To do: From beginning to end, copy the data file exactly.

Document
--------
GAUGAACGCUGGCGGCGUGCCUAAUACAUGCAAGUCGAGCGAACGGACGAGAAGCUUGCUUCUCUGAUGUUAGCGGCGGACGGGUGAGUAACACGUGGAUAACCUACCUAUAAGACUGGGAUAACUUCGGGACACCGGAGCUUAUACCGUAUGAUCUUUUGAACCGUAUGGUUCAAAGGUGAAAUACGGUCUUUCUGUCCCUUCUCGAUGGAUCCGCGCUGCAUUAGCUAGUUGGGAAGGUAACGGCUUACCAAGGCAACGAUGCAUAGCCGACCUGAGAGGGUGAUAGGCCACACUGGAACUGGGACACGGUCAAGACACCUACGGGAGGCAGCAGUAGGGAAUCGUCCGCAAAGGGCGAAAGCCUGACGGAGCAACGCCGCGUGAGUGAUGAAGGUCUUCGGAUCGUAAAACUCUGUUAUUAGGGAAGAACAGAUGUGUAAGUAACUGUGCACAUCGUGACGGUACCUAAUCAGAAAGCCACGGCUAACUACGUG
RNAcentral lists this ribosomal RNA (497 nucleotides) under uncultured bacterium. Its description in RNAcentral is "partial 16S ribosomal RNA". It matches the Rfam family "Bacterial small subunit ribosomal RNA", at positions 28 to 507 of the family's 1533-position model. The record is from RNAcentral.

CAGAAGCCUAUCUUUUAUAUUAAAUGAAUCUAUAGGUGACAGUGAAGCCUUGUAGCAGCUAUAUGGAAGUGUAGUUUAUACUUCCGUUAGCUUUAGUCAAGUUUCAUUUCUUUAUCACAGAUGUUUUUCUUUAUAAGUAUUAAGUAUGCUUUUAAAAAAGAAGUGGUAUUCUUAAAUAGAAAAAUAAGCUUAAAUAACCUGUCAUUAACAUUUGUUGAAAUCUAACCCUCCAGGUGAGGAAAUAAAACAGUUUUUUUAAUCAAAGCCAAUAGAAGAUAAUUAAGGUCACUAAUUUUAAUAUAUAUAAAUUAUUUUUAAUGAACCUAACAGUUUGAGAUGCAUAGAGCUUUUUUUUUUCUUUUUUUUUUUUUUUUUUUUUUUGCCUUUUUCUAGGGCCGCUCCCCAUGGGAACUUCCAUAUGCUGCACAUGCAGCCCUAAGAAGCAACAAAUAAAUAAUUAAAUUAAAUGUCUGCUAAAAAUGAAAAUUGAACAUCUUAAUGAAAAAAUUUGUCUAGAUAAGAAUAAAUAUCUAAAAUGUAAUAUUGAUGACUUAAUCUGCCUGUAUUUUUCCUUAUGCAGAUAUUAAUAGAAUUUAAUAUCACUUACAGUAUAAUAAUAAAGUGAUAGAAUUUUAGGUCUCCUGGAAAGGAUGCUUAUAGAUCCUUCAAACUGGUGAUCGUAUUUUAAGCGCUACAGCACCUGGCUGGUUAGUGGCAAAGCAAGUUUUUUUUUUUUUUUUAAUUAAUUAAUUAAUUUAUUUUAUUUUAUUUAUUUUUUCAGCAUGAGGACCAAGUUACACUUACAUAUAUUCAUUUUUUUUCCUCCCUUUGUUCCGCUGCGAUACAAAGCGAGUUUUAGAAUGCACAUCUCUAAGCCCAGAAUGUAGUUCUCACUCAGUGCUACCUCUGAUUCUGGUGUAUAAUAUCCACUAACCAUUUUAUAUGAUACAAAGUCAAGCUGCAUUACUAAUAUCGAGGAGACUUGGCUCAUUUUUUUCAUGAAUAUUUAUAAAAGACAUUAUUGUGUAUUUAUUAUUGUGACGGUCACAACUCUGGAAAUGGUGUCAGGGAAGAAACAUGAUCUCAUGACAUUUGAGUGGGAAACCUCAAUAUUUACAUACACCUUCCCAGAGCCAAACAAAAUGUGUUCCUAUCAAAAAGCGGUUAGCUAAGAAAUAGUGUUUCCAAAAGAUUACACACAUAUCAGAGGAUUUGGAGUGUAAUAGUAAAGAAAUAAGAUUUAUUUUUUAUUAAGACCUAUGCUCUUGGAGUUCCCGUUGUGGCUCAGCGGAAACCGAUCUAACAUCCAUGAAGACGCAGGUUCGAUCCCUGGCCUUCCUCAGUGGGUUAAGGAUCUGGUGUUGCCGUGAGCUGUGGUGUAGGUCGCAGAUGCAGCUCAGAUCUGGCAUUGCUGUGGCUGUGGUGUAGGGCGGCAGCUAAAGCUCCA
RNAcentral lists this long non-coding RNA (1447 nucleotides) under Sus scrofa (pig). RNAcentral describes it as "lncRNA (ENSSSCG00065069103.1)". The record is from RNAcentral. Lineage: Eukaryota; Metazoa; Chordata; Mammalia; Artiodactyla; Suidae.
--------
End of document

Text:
GAUGAACGCUGGCGGCGUGCCUAAUACAUGCAAGUCGAGCGAACGGACGAGAAGCUUGCUUCUCUGAUGUUAGCGGCGGACGGGUGAGUAACACGUGGAUAACCUACCUAUAAGACUGGGAUAACUUCGGGACACCGGAGCUUAUACCGUAUGAUCUUUUGAACCGUAUGGUUCAAAGGUGAAAUACGGUCUUUCUGUCCCUUCUCGAUGGAUCCGCGCUGCAUUAGCUAGUUGGGAAGGUAACGGCUUACCAAGGCAACGAUGCAUAGCCGACCUGAGAGGGUGAUAGGCCACACUGGAACUGGGACACGGUCAAGACACCUACGGGAGGCAGCAGUAGGGAAUCGUCCGCAAAGGGCGAAAGCCUGACGGAGCAACGCCGCGUGAGUGAUGAAGGUCUUCGGAUCGUAAAACUCUGUUAUUAGGGAAGAACAGAUGUGUAAGUAACUGUGCACAUCGUGACGGUACCUAAUCAGAAAGCCACGGCUAACUACGUG
RNAcentral lists this ribosomal RNA (497 nucleotides) under uncultured bacterium. Its description in RNAcentral is "partial 16S ribosomal RNA". It matches the Rfam family "Bacterial small subunit ribosomal RNA", at positions 28 to 507 of the family's 1533-position model. The record is from RNAcentral.

CAGAAGCCUAUCUUUUAUAUUAAAUGAAUCUAUAGGUGACAGUGAAGCCUUGUAGCAGCUAUAUGGAAGUGUAGUUUAUACUUCCGUUAGCUUUAGUCAAGUUUCAUUUCUUUAUCACAGAUGUUUUUCUUUAUAAGUAUUAAGUAUGCUUUUAAAAAAGAAGUGGUAUUCUUAAAUAGAAAAAUAAGCUUAAAUAACCUGUCAUUAACAUUUGUUGAAAUCUAACCCUCCAGGUGAGGAAAUAAAACAGUUUUUUUAAUCAAAGCCAAUAGAAGAUAAUUAAGGUCACUAAUUUUAAUAUAUAUAAAUUAUUUUUAAUGAACCUAACAGUUUGAGAUGCAUAGAGCUUUUUUUUUUCUUUUUUUUUUUUUUUUUUUUUUUGCCUUUUUCUAGGGCCGCUCCCCAUGGGAACUUCCAUAUGCUGCACAUGCAGCCCUAAGAAGCAACAAAUAAAUAAUUAAAUUAAAUGUCUGCUAAAAAUGAAAAUUGAACAUCUUAAUGAAAAAAUUUGUCUAGAUAAGAAUAAAUAUCUAAAAUGUAAUAUUGAUGACUUAAUCUGCCUGUAUUUUUCCUUAUGCAGAUAUUAAUAGAAUUUAAUAUCACUUACAGUAUAAUAAUAAAGUGAUAGAAUUUUAGGUCUCCUGGAAAGGAUGCUUAUAGAUCCUUCAAACUGGUGAUCGUAUUUUAAGCGCUACAGCACCUGGCUGGUUAGUGGCAAAGCAAGUUUUUUUUUUUUUUUUAAUUAAUUAAUUAAUUUAUUUUAUUUUAUUUAUUUUUUCAGCAUGAGGACCAAGUUACACUUACAUAUAUUCAUUUUUUUUCCUCCCUUUGUUCCGCUGCGAUACAAAGCGAGUUUUAGAAUGCACAUCUCUAAGCCCAGAAUGUAGUUCUCACUCAGUGCUACCUCUGAUUCUGGUGUAUAAUAUCCACUAACCAUUUUAUAUGAUACAAAGUCAAGCUGCAUUACUAAUAUCGAGGAGACUUGGCUCAUUUUUUUCAUGAAUAUUUAUAAAAGACAUUAUUGUGUAUUUAUUAUUGUGACGGUCACAACUCUGGAAAUGGUGUCAGGGAAGAAACAUGAUCUCAUGACAUUUGAGUGGGAAACCUCAAUAUUUACAUACACCUUCCCAGAGCCAAACAAAAUGUGUUCCUAUCAAAAAGCGGUUAGCUAAGAAAUAGUGUUUCCAAAAGAUUACACACAUAUCAGAGGAUUUGGAGUGUAAUAGUAAAGAAAUAAGAUUUAUUUUUUAUUAAGACCUAUGCUCUUGGAGUUCCCGUUGUGGCUCAGCGGAAACCGAUCUAACAUCCAUGAAGACGCAGGUUCGAUCCCUGGCCUUCCUCAGUGGGUUAAGGAUCUGGUGUUGCCGUGAGCUGUGGUGUAGGUCGCAGAUGCAGCUCAGAUCUGGCAUUGCUGUGGCUGUGGUGUAGGGCGGCAGCUAAAGCUCCA
RNAcentral lists this long non-coding RNA (1447 nucleotides) under Sus scrofa (pig). RNAcentral describes it as "lncRNA (ENSSSCG00065069103.1)". The record is from RNAcentral. Lineage: Eukaryota; Metazoa; Chordata; Mammalia; Artiodactyla; Suidae.